Simple stuff, then. But there’s a lot more to it, and in totality you might be surprised how much tactical thinking and careful play is actually required to avoid getting your chunky legs blown into puddles of slag. This is especially evident in a localised damage system that distributes trauma randomly across various leg and torso sections, and a stability level that needs to be properly managed to avoid your mech dopily falling over and exposing itself to further critical injury.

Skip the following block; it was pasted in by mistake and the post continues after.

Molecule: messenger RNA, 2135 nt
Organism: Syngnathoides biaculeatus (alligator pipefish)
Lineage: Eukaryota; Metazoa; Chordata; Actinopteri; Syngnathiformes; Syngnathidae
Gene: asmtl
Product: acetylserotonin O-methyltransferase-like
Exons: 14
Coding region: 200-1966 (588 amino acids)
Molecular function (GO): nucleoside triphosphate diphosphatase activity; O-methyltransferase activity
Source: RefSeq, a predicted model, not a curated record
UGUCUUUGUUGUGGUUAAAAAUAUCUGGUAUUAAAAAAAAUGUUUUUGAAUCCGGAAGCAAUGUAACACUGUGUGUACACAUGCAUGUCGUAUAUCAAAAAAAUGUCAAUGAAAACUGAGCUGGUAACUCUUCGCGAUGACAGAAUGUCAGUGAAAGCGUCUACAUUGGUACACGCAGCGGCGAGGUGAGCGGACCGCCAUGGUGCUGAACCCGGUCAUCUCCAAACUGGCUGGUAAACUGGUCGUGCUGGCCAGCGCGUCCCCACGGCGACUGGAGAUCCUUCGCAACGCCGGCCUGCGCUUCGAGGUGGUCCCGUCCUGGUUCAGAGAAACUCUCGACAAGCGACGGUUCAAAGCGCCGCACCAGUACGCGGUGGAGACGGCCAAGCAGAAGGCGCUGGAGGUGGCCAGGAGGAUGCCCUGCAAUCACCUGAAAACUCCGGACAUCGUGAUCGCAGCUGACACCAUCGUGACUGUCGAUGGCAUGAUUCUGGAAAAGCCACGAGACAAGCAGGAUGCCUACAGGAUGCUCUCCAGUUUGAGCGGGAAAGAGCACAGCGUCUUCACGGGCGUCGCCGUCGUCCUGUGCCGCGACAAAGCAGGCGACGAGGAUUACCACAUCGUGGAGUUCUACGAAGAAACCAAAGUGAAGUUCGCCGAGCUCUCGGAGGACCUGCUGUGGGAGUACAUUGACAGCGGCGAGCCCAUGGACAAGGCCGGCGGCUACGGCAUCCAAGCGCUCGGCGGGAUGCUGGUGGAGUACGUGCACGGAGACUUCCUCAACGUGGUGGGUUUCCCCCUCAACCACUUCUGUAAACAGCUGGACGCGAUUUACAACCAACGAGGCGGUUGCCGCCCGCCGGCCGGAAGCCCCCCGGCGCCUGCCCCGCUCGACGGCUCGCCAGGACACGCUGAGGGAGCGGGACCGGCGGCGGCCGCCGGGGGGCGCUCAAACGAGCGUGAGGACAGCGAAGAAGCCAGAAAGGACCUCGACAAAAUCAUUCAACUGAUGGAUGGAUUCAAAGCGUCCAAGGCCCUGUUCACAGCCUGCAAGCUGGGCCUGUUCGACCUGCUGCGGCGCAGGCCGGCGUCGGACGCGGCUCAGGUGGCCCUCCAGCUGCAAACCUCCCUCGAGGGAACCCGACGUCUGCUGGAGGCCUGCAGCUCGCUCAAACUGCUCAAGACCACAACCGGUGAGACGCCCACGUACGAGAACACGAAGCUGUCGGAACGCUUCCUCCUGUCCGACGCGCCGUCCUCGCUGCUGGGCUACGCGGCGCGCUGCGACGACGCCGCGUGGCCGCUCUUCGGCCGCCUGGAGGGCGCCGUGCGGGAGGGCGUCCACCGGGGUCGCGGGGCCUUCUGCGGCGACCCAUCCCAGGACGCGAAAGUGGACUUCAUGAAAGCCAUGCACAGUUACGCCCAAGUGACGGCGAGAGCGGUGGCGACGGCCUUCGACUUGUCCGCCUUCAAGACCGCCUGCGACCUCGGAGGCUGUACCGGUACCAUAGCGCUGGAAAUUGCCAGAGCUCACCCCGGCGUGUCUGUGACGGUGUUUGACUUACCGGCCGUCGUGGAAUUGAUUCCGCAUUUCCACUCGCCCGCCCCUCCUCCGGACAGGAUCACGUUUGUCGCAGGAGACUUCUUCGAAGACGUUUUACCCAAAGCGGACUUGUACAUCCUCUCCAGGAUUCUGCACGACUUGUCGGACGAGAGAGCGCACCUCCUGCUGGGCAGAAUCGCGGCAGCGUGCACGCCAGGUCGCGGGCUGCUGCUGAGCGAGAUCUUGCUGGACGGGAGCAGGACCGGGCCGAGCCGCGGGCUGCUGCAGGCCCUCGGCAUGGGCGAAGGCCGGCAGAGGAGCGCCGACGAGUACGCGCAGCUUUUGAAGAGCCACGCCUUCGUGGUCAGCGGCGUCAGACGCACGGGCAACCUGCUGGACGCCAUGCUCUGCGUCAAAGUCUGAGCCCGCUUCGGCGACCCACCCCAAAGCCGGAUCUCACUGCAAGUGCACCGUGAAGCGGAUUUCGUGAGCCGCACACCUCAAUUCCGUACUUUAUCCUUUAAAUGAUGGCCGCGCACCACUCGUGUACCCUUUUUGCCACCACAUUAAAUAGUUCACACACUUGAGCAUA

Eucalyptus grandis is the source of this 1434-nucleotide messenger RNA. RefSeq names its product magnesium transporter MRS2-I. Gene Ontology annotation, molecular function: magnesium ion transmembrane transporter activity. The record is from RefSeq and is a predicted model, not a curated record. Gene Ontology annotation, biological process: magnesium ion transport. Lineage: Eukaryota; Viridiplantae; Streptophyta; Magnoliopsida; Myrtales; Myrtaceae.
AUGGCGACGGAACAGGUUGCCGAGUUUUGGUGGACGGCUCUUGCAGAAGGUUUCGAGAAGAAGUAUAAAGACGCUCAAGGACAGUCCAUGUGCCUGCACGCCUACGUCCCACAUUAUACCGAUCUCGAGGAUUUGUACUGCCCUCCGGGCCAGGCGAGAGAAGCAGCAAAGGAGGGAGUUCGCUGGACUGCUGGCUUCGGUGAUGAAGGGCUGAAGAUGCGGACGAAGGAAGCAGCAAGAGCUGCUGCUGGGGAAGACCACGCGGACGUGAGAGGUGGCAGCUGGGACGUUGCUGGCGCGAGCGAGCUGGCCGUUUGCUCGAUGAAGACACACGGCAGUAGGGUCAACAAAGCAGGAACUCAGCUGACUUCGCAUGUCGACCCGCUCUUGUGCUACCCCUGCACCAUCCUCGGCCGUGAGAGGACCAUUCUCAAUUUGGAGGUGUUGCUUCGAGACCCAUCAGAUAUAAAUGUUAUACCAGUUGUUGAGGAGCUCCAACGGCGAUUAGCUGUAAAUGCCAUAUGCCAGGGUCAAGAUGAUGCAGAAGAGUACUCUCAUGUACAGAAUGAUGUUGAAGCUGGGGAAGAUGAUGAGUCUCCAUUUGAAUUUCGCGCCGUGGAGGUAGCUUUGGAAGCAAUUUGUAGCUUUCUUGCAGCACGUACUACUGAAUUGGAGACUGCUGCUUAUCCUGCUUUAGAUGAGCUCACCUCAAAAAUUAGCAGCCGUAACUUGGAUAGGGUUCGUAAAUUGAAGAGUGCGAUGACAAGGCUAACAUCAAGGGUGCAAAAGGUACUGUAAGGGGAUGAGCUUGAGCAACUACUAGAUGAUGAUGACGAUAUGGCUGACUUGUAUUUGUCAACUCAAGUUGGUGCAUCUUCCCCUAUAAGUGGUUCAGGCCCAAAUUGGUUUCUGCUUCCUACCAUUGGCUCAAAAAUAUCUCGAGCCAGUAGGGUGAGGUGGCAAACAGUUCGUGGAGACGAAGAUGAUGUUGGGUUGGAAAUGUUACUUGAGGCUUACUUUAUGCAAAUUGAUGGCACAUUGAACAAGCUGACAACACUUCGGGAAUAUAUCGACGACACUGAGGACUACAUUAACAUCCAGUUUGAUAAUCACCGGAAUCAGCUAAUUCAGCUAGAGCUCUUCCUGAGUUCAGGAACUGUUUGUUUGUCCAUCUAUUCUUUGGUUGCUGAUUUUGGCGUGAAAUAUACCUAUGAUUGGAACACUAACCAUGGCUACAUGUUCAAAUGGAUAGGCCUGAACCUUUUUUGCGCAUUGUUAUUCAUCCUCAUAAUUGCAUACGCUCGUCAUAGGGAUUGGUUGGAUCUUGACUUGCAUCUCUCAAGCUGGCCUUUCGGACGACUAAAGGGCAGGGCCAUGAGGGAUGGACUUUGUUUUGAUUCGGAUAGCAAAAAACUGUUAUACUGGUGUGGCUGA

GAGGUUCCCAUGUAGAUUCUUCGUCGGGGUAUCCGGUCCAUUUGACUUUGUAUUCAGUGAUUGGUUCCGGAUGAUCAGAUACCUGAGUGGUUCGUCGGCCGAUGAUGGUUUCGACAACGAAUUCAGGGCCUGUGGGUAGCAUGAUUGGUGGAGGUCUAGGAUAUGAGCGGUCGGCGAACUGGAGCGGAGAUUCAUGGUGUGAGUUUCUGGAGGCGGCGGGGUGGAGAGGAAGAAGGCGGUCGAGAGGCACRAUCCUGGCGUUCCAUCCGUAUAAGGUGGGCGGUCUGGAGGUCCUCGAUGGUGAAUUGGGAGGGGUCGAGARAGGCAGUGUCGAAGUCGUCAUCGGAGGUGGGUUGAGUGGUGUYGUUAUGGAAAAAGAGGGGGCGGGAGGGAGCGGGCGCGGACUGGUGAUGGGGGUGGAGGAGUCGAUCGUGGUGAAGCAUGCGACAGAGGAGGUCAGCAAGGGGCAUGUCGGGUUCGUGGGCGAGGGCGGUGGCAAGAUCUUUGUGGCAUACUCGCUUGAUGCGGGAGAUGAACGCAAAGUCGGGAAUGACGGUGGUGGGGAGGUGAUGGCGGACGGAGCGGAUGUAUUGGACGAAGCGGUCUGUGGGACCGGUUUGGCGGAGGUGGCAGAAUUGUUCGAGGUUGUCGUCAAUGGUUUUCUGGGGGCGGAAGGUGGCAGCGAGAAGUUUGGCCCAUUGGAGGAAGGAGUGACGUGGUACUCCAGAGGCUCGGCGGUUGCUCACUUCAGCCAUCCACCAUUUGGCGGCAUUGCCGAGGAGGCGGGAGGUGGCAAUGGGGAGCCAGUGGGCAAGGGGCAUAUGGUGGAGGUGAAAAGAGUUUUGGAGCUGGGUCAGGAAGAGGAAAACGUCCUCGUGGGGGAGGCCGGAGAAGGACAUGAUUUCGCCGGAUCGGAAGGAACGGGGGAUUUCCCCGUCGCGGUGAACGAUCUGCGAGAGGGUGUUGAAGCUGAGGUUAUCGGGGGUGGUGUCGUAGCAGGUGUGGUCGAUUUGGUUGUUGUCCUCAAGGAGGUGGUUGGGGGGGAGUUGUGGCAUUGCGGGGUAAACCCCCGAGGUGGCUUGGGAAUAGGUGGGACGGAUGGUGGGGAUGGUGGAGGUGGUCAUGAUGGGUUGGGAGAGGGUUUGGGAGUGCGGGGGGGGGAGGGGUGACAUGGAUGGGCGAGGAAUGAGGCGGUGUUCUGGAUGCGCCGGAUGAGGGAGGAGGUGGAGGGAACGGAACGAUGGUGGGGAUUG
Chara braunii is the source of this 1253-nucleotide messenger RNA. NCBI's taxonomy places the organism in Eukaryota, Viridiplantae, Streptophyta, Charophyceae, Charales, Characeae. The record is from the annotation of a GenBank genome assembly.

Heat, too, is another thing to worry about, as it accumulates from firing weapons and will, at best, severely limit damage output if it isn’t vented in time. All these things – positioning, unit type, weapon type, chance-to-hit, heat and stability management, etc. – are intended to be familiar enough for players to not feel overwhelmed, but distinct enough in combination to distinguish BattleTech from its competition. And I don’t think I’m being unreasonable when I say it accomplishes the former much more adroitly than the latter. In fact, most skirmishes tend to devolve into the same clutch of tactics anyway, since concentrated firepower is so important that you’ll inevitably be keeping your big lads linked arm-in-arm, as if you’re simulating some hysterically uncoordinated barn dance.